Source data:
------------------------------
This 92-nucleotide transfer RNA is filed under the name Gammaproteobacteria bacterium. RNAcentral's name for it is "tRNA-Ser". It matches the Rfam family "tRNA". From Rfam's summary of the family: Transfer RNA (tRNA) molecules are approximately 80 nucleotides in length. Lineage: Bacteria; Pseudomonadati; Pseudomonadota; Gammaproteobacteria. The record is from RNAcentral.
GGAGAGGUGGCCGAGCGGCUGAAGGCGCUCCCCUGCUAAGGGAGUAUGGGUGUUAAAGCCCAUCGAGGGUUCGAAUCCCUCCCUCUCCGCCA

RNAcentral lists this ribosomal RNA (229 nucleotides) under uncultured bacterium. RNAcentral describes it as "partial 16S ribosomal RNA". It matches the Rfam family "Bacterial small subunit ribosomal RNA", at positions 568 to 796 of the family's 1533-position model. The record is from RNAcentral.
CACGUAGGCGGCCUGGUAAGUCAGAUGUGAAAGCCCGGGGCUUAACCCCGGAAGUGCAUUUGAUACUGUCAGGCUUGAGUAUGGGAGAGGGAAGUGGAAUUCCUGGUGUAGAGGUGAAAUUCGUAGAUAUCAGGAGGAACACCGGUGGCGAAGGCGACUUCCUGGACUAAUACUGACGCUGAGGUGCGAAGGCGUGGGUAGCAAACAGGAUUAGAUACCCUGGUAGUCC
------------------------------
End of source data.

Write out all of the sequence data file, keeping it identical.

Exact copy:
This 92-nucleotide transfer RNA is filed under the name Gammaproteobacteria bacterium. RNAcentral's name for it is "tRNA-Ser". It matches the Rfam family "tRNA". From Rfam's summary of the family: Transfer RNA (tRNA) molecules are approximately 80 nucleotides in length. Lineage: Bacteria; Pseudomonadati; Pseudomonadota; Gammaproteobacteria. The record is from RNAcentral.
GGAGAGGUGGCCGAGCGGCUGAAGGCGCUCCCCUGCUAAGGGAGUAUGGGUGUUAAAGCCCAUCGAGGGUUCGAAUCCCUCCCUCUCCGCCA

RNAcentral lists this ribosomal RNA (229 nucleotides) under uncultured bacterium. RNAcentral describes it as "partial 16S ribosomal RNA". It matches the Rfam family "Bacterial small subunit ribosomal RNA", at positions 568 to 796 of the family's 1533-position model. The record is from RNAcentral.
CACGUAGGCGGCCUGGUAAGUCAGAUGUGAAAGCCCGGGGCUUAACCCCGGAAGUGCAUUUGAUACUGUCAGGCUUGAGUAUGGGAGAGGGAAGUGGAAUUCCUGGUGUAGAGGUGAAAUUCGUAGAUAUCAGGAGGAACACCGGUGGCGAAGGCGACUUCCUGGACUAAUACUGACGCUGAGGUGCGAAGGCGUGGGUAGCAAACAGGAUUAGAUACCCUGGUAGUCC